Cellular transporter molecule levels linked to patient outcomes, study finds

9 Oct 2017 by under Research/Treatment

Catheter for chemotherapy 1 100x100 Cellular transporter molecule levels linked to patient outcomes, study findsWhy do some patients respond to chemotherapy and others do not? According to recent research, the answer may depend on the presence of a specific cellular transporter molecule.

Researchers at Amsterdam’s VU University Medical Center have tested the impact of the proton-coupled folate transporter (PCFT) on resistance to pemetrexed, the only approved mesothelioma cancer drug, to determine if it impacts why only some patients benefit from the chemotherapy, according to Surviving Mesothelioma.

After analyzing two groups of mesothelioma patients, they found that those with the lowest PCFTs also had worse outcomes with the chemotherapy drug. “Multivariate analysis confirmed PCFT’s independent prognostic role,” the study states. “Low PCFT protein levels were also associated with shorter overall survival.”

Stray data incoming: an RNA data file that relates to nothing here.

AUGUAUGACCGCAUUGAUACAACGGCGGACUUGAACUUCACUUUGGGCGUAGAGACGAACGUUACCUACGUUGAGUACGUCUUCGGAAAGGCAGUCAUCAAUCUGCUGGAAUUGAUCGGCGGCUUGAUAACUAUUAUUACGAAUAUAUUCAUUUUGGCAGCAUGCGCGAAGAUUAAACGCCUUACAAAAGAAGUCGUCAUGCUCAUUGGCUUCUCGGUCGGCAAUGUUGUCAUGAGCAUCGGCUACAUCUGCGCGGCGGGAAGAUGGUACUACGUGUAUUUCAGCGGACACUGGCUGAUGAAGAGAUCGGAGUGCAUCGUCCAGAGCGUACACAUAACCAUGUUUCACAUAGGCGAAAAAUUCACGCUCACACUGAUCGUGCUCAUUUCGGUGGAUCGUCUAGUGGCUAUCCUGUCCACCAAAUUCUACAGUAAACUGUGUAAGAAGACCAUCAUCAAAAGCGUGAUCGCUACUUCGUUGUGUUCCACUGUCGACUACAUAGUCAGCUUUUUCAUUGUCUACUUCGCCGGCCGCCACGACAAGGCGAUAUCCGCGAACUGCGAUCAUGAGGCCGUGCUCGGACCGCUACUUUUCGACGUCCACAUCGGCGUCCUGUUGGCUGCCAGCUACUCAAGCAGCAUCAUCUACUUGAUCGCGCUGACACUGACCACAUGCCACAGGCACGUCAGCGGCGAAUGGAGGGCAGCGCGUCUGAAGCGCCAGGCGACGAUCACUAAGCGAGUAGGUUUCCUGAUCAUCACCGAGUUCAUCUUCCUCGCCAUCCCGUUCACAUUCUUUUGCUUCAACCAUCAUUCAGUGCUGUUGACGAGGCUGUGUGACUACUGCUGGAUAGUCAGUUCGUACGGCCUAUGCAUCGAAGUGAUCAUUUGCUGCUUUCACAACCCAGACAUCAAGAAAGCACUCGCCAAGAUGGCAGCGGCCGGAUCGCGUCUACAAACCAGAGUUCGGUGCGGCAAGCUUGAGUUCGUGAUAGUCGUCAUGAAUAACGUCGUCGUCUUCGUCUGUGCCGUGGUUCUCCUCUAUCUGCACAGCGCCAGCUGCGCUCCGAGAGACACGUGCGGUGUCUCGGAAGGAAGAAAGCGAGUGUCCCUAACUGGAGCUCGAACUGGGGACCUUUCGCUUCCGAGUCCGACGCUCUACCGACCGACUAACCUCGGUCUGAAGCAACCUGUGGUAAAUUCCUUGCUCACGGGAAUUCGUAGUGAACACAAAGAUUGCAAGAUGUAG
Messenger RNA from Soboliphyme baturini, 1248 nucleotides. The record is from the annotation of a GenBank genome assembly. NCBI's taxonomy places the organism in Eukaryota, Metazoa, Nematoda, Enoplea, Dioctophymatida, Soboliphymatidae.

The news source reports the study is the first to identify PCFT as “a potential prognostic biomarker for mesothelioma and the research team is calling for further study.” Pemetrexed, a folate antimetaolite, is chemically similar to B vitamin folic acid and works by blocking certain enzymes mesothelioma cells need to grow.

Mesothelioma is an aggressive cancer often linked to exposure that forms in the lining of internal organs, primarily the lungs, heart or abdomen. It can take decades to develop but is usually deadly within 18 months of diagnosis due to its difficulty to treat. It currently has no known cure, but researchers are continuously developing new prognostic and treatment methods.The researchers of this study have developed a method for forming PCFT that could potentially be used to eradicate pemetrexed-resistant cells.

 

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